Saint magic is, unfortunately, not always easy to find good info on. I’d recommend the Curious Curandera’s book on it, though it’s a little expensive for an e-book. It’s worth it, though, I think. Judika Illes is about to release her book on Saints, Sages, and Mystics, which will hopefully cover some of these ideas, too. Her book on Spirits also has a few things to work with. Beyond that, you’ll have to rely on little one-off chapbooks or pamphlets to figure out how to work with them. Surprisingly the Episcopal church frequently has mini books or pamphlets that might be of interest to someone looking to work with saints esoterically. You might see if there’s one in your area. If I can think of other books, I’ll try to post them, too!


  2. One star reviews? Say it ain’t so! Truly, I can’t understand that. Your podcast is everything a good podcast should be: grounded and down-to-earth, well researched, and featuring personable hosts that one can relate to.

    1. Awwww, shucks! Thanks so much! We think we do an okay job, too, but I guess we’re just not everyone’s cup of tea. But we love knowing that there are people out there enjoying what we do, so thank you so much for writing!

      All the best!

  3. Great episode! Well worth the wait, and I only wish it had been longer. Laine, your questions were great, and really helped to fill out the topic. You should consider using that question-and-answer format more often.

    Odom, I really like Judika Illes’s Encyclopedia of Spirits. She includes a lot of information about syncretism of Pagan deities to Christian saints (official and folk), and substitution of churches dedicated to specific saints in place of ancient Pagan temples. You can’t just look up a saint’s name and find out what Pagan spirits he or she corresponds to, but you can do it the other way around. Very helpful.

    Generally, I find the Anglican (Episcopalian) churches are dedicated to more interesting saints than the Roman Catholic ones. Your Templar-inspired church sounds interesting!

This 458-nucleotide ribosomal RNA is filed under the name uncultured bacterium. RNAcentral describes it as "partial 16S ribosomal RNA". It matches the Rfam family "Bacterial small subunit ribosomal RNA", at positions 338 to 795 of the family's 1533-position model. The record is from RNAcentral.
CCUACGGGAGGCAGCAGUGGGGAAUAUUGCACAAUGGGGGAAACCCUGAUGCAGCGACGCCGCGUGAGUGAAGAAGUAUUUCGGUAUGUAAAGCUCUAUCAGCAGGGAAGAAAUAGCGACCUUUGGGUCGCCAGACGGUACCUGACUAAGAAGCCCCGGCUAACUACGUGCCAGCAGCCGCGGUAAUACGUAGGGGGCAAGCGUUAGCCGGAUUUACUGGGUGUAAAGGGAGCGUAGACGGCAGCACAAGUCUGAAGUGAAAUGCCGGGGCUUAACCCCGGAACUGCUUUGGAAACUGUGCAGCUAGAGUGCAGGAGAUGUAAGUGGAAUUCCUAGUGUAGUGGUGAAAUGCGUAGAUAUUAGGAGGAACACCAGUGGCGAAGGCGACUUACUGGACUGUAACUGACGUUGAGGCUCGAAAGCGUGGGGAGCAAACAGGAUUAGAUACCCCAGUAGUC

Toronto, ON

    1. Thanks Wulf, I actually have Illes’s “Encyclopedia of Spirits,” but didn’t even think to reference it! I guess that’s one of those moments of not being able to see the forest for the trees.

      I do want to get the Episcopal book of Saints. I got to thumb through it during my initial meeting with the Rector and they have some more conventional saints, such as Frederick Douglass. It’s a pretty thick book, but definitely an interesting resource.

      I’m going to have to try and get pictures of the chapel so you guys and gals can see this place. One of the stained glass windows is a beautiful portrait of Jesus scattering grain in a field. It gets my pagan senses tingling, but that’s probably because I start thinking about fertility and harvest deities.

      Oh by the way Cory, I made the mistake of sharing the awesomeness of 2 Kings 2:23-24 with some of my buddies, and one of them got all offended about Elisha kicking ass with bears. He’ll get over it I’m sure. I want to learn the “summon bears to kick ass” spell….


      1. Hahaha! Yes, spread the gospel of vengeance bears and talking asses everywhere! This shall be my legacy to the world! 🙂

        Glad y’all enjoyed this one. Hopefully we’ll have more good episodes like this coming up, though October is probably going to be a little different (he says slyly).


  4. Grand Show Cory and Lane keep up the Good Work and don’t bother with the negative nellies out there ! Also my Eleven year old son Alexander Loves your show and Cory’s Storytelling he hopes you’ll do more this Halloween . All the Best Love and Bright Blessings too you Both .Marc

    1. Thanks Marc,

      We appreciate knowing that we’re not universally reviled, lol. And tell your boy to be listening in October! We’ve got some fun stuff planned (we hope)!

      All the best,